How it Works¶
Here is the description of how the Captive Portal works internally, which might be of interest to the Administrators. From now on we will assume the selected backend is Active Directory, deployed on-premises.
Let us assume the user would like to visit https://google.com and he types this URL in the browser’s address bar. The browser knows it must use the proxy server to access the internet so it sends the request to the proxy.
Proxy server is configured to require Captive Portal authentication, so it responds with
511 Network Authentication Requiredmessage, specifying the
https://ip_address_or_fqdn_of_proxy/portal/loginURL as the address to login to.
Browser navigates to that address and renders that page. This page contains user name and password fields to be filled. User fills in these fields and clicks the Login button. Browser sends the credentials to the portal (which is located on the proxy box too - just where Admin UI is located, on port 443).
Portal code verifies the credentials by doing a simple bind to the LDAP server configured by the Administrator. If credentials are correct, session information is written to the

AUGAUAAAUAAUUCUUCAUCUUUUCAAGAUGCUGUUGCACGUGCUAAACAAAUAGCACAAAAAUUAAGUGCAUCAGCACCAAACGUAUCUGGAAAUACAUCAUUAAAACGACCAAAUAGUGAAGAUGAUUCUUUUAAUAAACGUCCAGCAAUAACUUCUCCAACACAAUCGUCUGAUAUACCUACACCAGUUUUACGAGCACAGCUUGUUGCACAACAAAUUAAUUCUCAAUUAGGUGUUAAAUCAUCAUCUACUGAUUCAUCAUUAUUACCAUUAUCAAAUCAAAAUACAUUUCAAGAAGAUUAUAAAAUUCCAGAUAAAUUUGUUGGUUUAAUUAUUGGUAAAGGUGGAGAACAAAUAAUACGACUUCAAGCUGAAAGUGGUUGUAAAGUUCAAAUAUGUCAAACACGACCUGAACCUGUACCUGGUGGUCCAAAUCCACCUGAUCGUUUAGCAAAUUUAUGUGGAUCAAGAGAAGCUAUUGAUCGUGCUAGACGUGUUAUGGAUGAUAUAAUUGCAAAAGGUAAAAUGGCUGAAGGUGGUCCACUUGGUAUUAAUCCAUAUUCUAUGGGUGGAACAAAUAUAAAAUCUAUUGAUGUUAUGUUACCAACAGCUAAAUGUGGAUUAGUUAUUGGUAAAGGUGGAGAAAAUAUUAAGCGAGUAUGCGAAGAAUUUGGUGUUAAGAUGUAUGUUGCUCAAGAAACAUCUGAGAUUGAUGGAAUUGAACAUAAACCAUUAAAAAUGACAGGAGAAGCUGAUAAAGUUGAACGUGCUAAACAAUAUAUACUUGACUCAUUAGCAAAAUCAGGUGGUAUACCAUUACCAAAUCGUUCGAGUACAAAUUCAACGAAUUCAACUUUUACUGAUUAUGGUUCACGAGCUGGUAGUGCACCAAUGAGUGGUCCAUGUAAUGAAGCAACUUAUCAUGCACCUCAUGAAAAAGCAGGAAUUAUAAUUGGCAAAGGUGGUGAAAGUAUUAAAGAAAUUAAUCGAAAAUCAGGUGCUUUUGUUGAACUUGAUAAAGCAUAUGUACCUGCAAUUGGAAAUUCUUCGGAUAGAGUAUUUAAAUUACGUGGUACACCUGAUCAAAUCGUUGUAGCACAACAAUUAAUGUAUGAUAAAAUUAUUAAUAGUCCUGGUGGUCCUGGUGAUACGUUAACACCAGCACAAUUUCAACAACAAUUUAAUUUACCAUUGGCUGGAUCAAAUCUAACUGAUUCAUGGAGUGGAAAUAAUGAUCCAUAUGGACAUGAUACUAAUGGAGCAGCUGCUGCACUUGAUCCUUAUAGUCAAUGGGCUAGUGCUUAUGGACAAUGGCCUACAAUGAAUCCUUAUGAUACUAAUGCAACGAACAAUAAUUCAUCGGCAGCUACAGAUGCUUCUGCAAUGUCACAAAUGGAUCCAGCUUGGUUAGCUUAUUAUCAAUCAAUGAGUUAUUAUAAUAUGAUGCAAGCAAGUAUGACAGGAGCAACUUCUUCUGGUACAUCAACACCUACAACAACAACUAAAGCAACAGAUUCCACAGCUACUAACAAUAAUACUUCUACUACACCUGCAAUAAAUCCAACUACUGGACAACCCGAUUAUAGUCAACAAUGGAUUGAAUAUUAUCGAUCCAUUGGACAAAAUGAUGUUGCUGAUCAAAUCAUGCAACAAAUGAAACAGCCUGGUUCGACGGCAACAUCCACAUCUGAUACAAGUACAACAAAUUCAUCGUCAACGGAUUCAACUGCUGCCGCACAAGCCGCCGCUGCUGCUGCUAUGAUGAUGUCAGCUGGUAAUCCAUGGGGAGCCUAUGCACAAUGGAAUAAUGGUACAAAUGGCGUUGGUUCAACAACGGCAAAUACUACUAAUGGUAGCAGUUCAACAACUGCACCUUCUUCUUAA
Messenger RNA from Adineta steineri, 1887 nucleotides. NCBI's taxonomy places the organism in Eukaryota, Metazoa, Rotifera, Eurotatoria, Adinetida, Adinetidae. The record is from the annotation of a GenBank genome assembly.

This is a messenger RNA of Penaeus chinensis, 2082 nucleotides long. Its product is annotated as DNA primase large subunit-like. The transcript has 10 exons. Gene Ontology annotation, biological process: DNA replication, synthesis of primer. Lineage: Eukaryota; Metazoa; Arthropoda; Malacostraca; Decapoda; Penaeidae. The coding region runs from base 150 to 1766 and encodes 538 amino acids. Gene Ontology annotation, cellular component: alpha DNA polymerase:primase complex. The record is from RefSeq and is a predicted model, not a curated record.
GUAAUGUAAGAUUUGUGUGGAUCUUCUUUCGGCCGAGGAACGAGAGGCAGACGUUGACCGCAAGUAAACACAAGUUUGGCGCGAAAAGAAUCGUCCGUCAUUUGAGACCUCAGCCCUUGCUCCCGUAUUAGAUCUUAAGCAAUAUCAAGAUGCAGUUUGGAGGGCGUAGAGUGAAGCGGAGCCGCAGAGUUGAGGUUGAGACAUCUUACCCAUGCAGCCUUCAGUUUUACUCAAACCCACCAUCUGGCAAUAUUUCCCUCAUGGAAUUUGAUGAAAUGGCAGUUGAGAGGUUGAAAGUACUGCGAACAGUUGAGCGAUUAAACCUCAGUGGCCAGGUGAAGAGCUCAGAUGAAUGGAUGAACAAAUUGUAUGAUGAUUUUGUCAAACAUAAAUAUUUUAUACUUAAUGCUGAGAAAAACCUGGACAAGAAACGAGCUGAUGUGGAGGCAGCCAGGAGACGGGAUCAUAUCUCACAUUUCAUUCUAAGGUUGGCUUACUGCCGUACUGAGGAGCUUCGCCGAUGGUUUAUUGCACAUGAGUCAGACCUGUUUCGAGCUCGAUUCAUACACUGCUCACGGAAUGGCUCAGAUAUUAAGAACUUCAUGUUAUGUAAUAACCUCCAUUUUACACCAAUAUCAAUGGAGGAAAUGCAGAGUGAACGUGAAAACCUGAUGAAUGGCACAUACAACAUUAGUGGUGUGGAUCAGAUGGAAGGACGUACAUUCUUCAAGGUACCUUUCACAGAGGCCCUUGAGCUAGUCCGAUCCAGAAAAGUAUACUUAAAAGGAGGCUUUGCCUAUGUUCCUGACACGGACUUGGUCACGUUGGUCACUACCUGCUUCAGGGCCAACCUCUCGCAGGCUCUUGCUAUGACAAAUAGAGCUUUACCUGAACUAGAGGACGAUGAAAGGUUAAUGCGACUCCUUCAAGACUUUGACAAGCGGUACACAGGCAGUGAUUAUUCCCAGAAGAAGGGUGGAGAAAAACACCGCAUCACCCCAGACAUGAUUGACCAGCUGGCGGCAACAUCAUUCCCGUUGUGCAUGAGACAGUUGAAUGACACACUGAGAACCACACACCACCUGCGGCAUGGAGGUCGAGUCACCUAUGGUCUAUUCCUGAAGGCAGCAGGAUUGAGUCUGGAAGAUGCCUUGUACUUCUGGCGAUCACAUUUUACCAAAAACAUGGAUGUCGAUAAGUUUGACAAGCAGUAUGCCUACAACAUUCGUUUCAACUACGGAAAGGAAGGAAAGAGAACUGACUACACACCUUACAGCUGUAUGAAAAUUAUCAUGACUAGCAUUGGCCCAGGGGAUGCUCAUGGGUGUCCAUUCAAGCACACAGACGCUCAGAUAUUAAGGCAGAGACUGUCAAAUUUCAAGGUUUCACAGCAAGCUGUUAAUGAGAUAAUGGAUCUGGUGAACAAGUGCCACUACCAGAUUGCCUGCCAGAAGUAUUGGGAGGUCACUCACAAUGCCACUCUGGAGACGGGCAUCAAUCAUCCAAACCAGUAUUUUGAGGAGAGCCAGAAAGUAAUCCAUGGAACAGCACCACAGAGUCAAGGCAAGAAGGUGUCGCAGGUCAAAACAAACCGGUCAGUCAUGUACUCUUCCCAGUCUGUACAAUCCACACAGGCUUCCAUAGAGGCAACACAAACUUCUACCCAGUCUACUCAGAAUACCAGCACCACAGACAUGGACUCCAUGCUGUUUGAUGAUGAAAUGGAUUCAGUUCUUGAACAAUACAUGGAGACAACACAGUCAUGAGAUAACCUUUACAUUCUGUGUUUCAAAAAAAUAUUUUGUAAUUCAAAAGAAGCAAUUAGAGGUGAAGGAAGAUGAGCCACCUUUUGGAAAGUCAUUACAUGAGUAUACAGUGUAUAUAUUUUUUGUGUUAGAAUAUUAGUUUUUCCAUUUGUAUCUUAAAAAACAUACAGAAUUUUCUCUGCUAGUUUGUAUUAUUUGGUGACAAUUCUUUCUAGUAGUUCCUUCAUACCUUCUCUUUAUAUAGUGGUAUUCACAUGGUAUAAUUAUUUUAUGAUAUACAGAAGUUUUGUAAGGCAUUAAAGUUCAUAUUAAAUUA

/opt/websafety-ui/var/db/portalfolder database and success page is sent to the browser.
Browser renders the success page; user sees he is logged on successfully on the proxy and continues browsing.
Any new connection from the user is looked up in the session database and user name from the database is used as authenticated user name.
Each user is supposed to be using a different IP address. If one IP address is shared by different users constant re-authentication or incorrect user to IP session info may occur.
Clustering of proxy nodes is not possible as each node would contain its own copy of the session database.
This type of authentication works best when there is a human in front of the display screen to type the credentials into login page. If for example, it is the network service which runs behind the proxy - Captive Portal authentication may not be a good choice.